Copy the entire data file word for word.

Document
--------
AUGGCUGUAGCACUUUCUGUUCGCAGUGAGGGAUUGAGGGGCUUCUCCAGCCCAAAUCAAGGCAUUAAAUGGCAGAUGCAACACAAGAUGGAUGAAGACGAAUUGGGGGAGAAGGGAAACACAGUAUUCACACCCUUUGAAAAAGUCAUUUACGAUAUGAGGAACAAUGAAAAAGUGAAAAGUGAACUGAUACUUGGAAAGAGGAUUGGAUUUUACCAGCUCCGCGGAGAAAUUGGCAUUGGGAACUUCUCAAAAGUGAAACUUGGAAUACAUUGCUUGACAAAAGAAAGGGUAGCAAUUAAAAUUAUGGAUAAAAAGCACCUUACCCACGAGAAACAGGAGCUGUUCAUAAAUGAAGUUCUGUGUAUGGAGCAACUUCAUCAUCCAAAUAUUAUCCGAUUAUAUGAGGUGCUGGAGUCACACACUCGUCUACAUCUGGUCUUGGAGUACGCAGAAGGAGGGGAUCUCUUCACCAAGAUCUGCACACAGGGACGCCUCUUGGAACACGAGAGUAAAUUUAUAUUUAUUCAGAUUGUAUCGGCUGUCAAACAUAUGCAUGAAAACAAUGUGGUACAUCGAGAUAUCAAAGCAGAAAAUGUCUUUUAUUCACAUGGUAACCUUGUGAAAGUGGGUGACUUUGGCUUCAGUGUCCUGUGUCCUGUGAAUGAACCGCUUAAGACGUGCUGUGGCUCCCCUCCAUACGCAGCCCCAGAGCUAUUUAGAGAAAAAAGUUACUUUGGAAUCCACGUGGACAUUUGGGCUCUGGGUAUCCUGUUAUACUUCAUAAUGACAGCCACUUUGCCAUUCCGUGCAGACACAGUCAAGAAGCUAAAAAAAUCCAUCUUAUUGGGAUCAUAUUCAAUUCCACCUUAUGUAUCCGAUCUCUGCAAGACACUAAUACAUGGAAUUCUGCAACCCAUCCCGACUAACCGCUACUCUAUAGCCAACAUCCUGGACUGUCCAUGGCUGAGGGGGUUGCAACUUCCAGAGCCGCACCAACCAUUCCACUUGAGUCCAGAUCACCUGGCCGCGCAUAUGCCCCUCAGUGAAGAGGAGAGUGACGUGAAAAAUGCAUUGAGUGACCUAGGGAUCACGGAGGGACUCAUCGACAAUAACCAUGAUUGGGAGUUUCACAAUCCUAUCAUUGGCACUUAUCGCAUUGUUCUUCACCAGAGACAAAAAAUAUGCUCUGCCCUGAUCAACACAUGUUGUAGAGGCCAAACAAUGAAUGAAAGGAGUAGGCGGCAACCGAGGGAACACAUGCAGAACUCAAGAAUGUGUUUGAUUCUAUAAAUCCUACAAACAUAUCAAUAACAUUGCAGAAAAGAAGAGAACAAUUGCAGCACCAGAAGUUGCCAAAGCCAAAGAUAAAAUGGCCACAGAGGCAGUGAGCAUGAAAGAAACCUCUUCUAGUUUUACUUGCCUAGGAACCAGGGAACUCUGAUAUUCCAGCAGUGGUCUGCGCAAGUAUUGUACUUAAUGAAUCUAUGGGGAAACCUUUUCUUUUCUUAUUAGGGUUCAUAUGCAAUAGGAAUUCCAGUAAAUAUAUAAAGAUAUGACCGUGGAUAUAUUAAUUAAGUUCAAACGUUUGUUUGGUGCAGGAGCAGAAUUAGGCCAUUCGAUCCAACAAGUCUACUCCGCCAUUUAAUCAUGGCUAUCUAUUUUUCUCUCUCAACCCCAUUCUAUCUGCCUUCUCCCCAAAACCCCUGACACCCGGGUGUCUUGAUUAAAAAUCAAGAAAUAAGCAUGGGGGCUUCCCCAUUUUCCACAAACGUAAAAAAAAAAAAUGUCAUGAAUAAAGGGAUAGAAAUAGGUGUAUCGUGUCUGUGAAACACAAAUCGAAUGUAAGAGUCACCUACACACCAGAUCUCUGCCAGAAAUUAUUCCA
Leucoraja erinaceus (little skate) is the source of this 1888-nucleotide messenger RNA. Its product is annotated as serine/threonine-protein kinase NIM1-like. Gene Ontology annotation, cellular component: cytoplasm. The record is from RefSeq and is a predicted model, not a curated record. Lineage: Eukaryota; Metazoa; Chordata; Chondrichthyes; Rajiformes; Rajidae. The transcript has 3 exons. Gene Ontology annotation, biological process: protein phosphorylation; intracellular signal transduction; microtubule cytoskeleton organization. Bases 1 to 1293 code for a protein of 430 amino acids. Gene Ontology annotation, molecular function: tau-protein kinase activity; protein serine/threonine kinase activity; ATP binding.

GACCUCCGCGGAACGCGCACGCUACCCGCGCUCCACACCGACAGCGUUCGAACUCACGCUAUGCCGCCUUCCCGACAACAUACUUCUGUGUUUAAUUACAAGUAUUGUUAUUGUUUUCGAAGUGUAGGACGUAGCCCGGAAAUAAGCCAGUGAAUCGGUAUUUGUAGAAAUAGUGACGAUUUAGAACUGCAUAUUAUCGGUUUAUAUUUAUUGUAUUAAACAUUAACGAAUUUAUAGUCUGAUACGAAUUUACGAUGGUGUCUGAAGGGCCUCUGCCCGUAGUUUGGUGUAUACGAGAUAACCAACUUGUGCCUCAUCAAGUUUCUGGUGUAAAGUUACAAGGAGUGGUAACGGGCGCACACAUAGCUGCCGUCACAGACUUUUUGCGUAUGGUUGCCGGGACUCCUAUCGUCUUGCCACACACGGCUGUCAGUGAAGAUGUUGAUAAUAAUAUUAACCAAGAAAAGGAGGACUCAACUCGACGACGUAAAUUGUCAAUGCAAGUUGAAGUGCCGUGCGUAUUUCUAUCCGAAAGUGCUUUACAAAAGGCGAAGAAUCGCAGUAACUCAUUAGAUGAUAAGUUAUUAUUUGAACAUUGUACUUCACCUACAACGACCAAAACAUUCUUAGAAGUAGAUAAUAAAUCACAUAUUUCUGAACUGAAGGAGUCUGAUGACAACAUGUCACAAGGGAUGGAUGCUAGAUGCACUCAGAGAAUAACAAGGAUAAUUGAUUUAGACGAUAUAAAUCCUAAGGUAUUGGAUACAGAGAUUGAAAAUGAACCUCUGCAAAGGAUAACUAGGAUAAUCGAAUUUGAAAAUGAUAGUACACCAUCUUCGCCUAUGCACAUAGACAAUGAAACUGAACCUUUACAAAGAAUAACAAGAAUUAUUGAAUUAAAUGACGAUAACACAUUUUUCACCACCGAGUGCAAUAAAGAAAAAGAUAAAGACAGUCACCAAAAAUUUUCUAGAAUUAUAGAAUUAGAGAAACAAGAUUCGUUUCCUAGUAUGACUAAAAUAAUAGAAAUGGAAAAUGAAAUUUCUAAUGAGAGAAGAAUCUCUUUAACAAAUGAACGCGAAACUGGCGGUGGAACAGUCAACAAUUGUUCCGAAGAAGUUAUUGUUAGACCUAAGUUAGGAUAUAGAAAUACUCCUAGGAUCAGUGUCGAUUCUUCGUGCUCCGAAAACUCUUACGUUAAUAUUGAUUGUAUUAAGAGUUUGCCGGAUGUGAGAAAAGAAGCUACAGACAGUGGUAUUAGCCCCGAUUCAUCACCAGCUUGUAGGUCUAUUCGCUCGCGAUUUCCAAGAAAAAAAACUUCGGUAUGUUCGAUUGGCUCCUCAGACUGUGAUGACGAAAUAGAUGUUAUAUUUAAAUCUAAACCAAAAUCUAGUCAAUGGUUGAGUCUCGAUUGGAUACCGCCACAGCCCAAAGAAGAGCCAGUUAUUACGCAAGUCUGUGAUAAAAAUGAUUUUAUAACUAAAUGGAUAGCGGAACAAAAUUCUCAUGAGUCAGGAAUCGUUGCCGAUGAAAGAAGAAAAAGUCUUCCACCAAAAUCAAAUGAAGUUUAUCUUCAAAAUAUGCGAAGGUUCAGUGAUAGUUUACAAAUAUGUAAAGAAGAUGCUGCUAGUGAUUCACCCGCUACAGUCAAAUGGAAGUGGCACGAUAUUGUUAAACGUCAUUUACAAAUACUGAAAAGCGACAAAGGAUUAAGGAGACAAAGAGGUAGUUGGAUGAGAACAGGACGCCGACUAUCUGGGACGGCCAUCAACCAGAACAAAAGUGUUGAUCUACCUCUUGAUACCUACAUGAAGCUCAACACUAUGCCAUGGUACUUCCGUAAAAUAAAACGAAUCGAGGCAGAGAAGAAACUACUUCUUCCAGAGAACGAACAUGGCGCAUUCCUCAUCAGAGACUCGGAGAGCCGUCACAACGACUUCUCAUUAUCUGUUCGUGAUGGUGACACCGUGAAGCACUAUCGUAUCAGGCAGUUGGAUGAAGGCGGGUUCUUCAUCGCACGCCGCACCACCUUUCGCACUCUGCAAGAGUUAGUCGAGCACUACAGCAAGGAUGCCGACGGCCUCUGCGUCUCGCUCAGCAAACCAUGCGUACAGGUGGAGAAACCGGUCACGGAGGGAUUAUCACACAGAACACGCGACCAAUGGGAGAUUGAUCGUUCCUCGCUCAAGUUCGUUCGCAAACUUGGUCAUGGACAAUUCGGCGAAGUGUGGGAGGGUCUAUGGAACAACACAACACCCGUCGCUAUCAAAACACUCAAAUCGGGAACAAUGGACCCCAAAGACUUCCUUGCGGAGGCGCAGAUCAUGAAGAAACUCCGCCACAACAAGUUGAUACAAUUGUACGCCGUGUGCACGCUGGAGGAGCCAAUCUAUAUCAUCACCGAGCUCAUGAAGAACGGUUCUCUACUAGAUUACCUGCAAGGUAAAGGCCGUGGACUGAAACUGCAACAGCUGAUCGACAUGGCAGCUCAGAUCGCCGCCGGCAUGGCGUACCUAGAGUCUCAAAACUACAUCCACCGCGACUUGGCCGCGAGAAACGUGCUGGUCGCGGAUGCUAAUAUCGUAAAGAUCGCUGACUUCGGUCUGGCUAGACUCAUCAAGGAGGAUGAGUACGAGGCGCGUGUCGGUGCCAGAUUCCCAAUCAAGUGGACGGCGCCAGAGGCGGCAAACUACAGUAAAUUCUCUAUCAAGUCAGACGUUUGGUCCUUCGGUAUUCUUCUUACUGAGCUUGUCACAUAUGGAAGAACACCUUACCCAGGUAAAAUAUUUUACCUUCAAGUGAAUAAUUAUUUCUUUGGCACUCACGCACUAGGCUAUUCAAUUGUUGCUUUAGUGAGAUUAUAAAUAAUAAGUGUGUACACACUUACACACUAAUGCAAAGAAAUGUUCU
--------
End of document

AUGGCUGUAGCACUUUCUGUUCGCAGUGAGGGAUUGAGGGGCUUCUCCAGCCCAAAUCAAGGCAUUAAAUGGCAGAUGCAACACAAGAUGGAUGAAGACGAAUUGGGGGAGAAGGGAAACACAGUAUUCACACCCUUUGAAAAAGUCAUUUACGAUAUGAGGAACAAUGAAAAAGUGAAAAGUGAACUGAUACUUGGAAAGAGGAUUGGAUUUUACCAGCUCCGCGGAGAAAUUGGCAUUGGGAACUUCUCAAAAGUGAAACUUGGAAUACAUUGCUUGACAAAAGAAAGGGUAGCAAUUAAAAUUAUGGAUAAAAAGCACCUUACCCACGAGAAACAGGAGCUGUUCAUAAAUGAAGUUCUGUGUAUGGAGCAACUUCAUCAUCCAAAUAUUAUCCGAUUAUAUGAGGUGCUGGAGUCACACACUCGUCUACAUCUGGUCUUGGAGUACGCAGAAGGAGGGGAUCUCUUCACCAAGAUCUGCACACAGGGACGCCUCUUGGAACACGAGAGUAAAUUUAUAUUUAUUCAGAUUGUAUCGGCUGUCAAACAUAUGCAUGAAAACAAUGUGGUACAUCGAGAUAUCAAAGCAGAAAAUGUCUUUUAUUCACAUGGUAACCUUGUGAAAGUGGGUGACUUUGGCUUCAGUGUCCUGUGUCCUGUGAAUGAACCGCUUAAGACGUGCUGUGGCUCCCCUCCAUACGCAGCCCCAGAGCUAUUUAGAGAAAAAAGUUACUUUGGAAUCCACGUGGACAUUUGGGCUCUGGGUAUCCUGUUAUACUUCAUAAUGACAGCCACUUUGCCAUUCCGUGCAGACACAGUCAAGAAGCUAAAAAAAUCCAUCUUAUUGGGAUCAUAUUCAAUUCCACCUUAUGUAUCCGAUCUCUGCAAGACACUAAUACAUGGAAUUCUGCAACCCAUCCCGACUAACCGCUACUCUAUAGCCAACAUCCUGGACUGUCCAUGGCUGAGGGGGUUGCAACUUCCAGAGCCGCACCAACCAUUCCACUUGAGUCCAGAUCACCUGGCCGCGCAUAUGCCCCUCAGUGAAGAGGAGAGUGACGUGAAAAAUGCAUUGAGUGACCUAGGGAUCACGGAGGGACUCAUCGACAAUAACCAUGAUUGGGAGUUUCACAAUCCUAUCAUUGGCACUUAUCGCAUUGUUCUUCACCAGAGACAAAAAAUAUGCUCUGCCCUGAUCAACACAUGUUGUAGAGGCCAAACAAUGAAUGAAAGGAGUAGGCGGCAACCGAGGGAACACAUGCAGAACUCAAGAAUGUGUUUGAUUCUAUAAAUCCUACAAACAUAUCAAUAACAUUGCAGAAAAGAAGAGAACAAUUGCAGCACCAGAAGUUGCCAAAGCCAAAGAUAAAAUGGCCACAGAGGCAGUGAGCAUGAAAGAAACCUCUUCUAGUUUUACUUGCCUAGGAACCAGGGAACUCUGAUAUUCCAGCAGUGGUCUGCGCAAGUAUUGUACUUAAUGAAUCUAUGGGGAAACCUUUUCUUUUCUUAUUAGGGUUCAUAUGCAAUAGGAAUUCCAGUAAAUAUAUAAAGAUAUGACCGUGGAUAUAUUAAUUAAGUUCAAACGUUUGUUUGGUGCAGGAGCAGAAUUAGGCCAUUCGAUCCAACAAGUCUACUCCGCCAUUUAAUCAUGGCUAUCUAUUUUUCUCUCUCAACCCCAUUCUAUCUGCCUUCUCCCCAAAACCCCUGACACCCGGGUGUCUUGAUUAAAAAUCAAGAAAUAAGCAUGGGGGCUUCCCCAUUUUCCACAAACGUAAAAAAAAAAAAUGUCAUGAAUAAAGGGAUAGAAAUAGGUGUAUCGUGUCUGUGAAACACAAAUCGAAUGUAAGAGUCACCUACACACCAGAUCUCUGCCAGAAAUUAUUCCA
Leucoraja erinaceus (little skate) is the source of this 1888-nucleotide messenger RNA. Its product is annotated as serine/threonine-protein kinase NIM1-like. Gene Ontology annotation, cellular component: cytoplasm. The record is from RefSeq and is a predicted model, not a curated record. Lineage: Eukaryota; Metazoa; Chordata; Chondrichthyes; Rajiformes; Rajidae. The transcript has 3 exons. Gene Ontology annotation, biological process: protein phosphorylation; intracellular signal transduction; microtubule cytoskeleton organization. Bases 1 to 1293 code for a protein of 430 amino acids. Gene Ontology annotation, molecular function: tau-protein kinase activity; protein serine/threonine kinase activity; ATP binding.

GACCUCCGCGGAACGCGCACGCUACCCGCGCUCCACACCGACAGCGUUCGAACUCACGCUAUGCCGCCUUCCCGACAACAUACUUCUGUGUUUAAUUACAAGUAUUGUUAUUGUUUUCGAAGUGUAGGACGUAGCCCGGAAAUAAGCCAGUGAAUCGGUAUUUGUAGAAAUAGUGACGAUUUAGAACUGCAUAUUAUCGGUUUAUAUUUAUUGUAUUAAACAUUAACGAAUUUAUAGUCUGAUACGAAUUUACGAUGGUGUCUGAAGGGCCUCUGCCCGUAGUUUGGUGUAUACGAGAUAACCAACUUGUGCCUCAUCAAGUUUCUGGUGUAAAGUUACAAGGAGUGGUAACGGGCGCACACAUAGCUGCCGUCACAGACUUUUUGCGUAUGGUUGCCGGGACUCCUAUCGUCUUGCCACACACGGCUGUCAGUGAAGAUGUUGAUAAUAAUAUUAACCAAGAAAAGGAGGACUCAACUCGACGACGUAAAUUGUCAAUGCAAGUUGAAGUGCCGUGCGUAUUUCUAUCCGAAAGUGCUUUACAAAAGGCGAAGAAUCGCAGUAACUCAUUAGAUGAUAAGUUAUUAUUUGAACAUUGUACUUCACCUACAACGACCAAAACAUUCUUAGAAGUAGAUAAUAAAUCACAUAUUUCUGAACUGAAGGAGUCUGAUGACAACAUGUCACAAGGGAUGGAUGCUAGAUGCACUCAGAGAAUAACAAGGAUAAUUGAUUUAGACGAUAUAAAUCCUAAGGUAUUGGAUACAGAGAUUGAAAAUGAACCUCUGCAAAGGAUAACUAGGAUAAUCGAAUUUGAAAAUGAUAGUACACCAUCUUCGCCUAUGCACAUAGACAAUGAAACUGAACCUUUACAAAGAAUAACAAGAAUUAUUGAAUUAAAUGACGAUAACACAUUUUUCACCACCGAGUGCAAUAAAGAAAAAGAUAAAGACAGUCACCAAAAAUUUUCUAGAAUUAUAGAAUUAGAGAAACAAGAUUCGUUUCCUAGUAUGACUAAAAUAAUAGAAAUGGAAAAUGAAAUUUCUAAUGAGAGAAGAAUCUCUUUAACAAAUGAACGCGAAACUGGCGGUGGAACAGUCAACAAUUGUUCCGAAGAAGUUAUUGUUAGACCUAAGUUAGGAUAUAGAAAUACUCCUAGGAUCAGUGUCGAUUCUUCGUGCUCCGAAAACUCUUACGUUAAUAUUGAUUGUAUUAAGAGUUUGCCGGAUGUGAGAAAAGAAGCUACAGACAGUGGUAUUAGCCCCGAUUCAUCACCAGCUUGUAGGUCUAUUCGCUCGCGAUUUCCAAGAAAAAAAACUUCGGUAUGUUCGAUUGGCUCCUCAGACUGUGAUGACGAAAUAGAUGUUAUAUUUAAAUCUAAACCAAAAUCUAGUCAAUGGUUGAGUCUCGAUUGGAUACCGCCACAGCCCAAAGAAGAGCCAGUUAUUACGCAAGUCUGUGAUAAAAAUGAUUUUAUAACUAAAUGGAUAGCGGAACAAAAUUCUCAUGAGUCAGGAAUCGUUGCCGAUGAAAGAAGAAAAAGUCUUCCACCAAAAUCAAAUGAAGUUUAUCUUCAAAAUAUGCGAAGGUUCAGUGAUAGUUUACAAAUAUGUAAAGAAGAUGCUGCUAGUGAUUCACCCGCUACAGUCAAAUGGAAGUGGCACGAUAUUGUUAAACGUCAUUUACAAAUACUGAAAAGCGACAAAGGAUUAAGGAGACAAAGAGGUAGUUGGAUGAGAACAGGACGCCGACUAUCUGGGACGGCCAUCAACCAGAACAAAAGUGUUGAUCUACCUCUUGAUACCUACAUGAAGCUCAACACUAUGCCAUGGUACUUCCGUAAAAUAAAACGAAUCGAGGCAGAGAAGAAACUACUUCUUCCAGAGAACGAACAUGGCGCAUUCCUCAUCAGAGACUCGGAGAGCCGUCACAACGACUUCUCAUUAUCUGUUCGUGAUGGUGACACCGUGAAGCACUAUCGUAUCAGGCAGUUGGAUGAAGGCGGGUUCUUCAUCGCACGCCGCACCACCUUUCGCACUCUGCAAGAGUUAGUCGAGCACUACAGCAAGGAUGCCGACGGCCUCUGCGUCUCGCUCAGCAAACCAUGCGUACAGGUGGAGAAACCGGUCACGGAGGGAUUAUCACACAGAACACGCGACCAAUGGGAGAUUGAUCGUUCCUCGCUCAAGUUCGUUCGCAAACUUGGUCAUGGACAAUUCGGCGAAGUGUGGGAGGGUCUAUGGAACAACACAACACCCGUCGCUAUCAAAACACUCAAAUCGGGAACAAUGGACCCCAAAGACUUCCUUGCGGAGGCGCAGAUCAUGAAGAAACUCCGCCACAACAAGUUGAUACAAUUGUACGCCGUGUGCACGCUGGAGGAGCCAAUCUAUAUCAUCACCGAGCUCAUGAAGAACGGUUCUCUACUAGAUUACCUGCAAGGUAAAGGCCGUGGACUGAAACUGCAACAGCUGAUCGACAUGGCAGCUCAGAUCGCCGCCGGCAUGGCGUACCUAGAGUCUCAAAACUACAUCCACCGCGACUUGGCCGCGAGAAACGUGCUGGUCGCGGAUGCUAAUAUCGUAAAGAUCGCUGACUUCGGUCUGGCUAGACUCAUCAAGGAGGAUGAGUACGAGGCGCGUGUCGGUGCCAGAUUCCCAAUCAAGUGGACGGCGCCAGAGGCGGCAAACUACAGUAAAUUCUCUAUCAAGUCAGACGUUUGGUCCUUCGGUAUUCUUCUUACUGAGCUUGUCACAUAUGGAAGAACACCUUACCCAGGUAAAAUAUUUUACCUUCAAGUGAAUAAUUAUUUCUUUGGCACUCACGCACUAGGCUAUUCAAUUGUUGCUUUAGUGAGAUUAUAAAUAAUAAGUGUGUACACACUUACACACUAAUGCAAAGAAAUGUUCU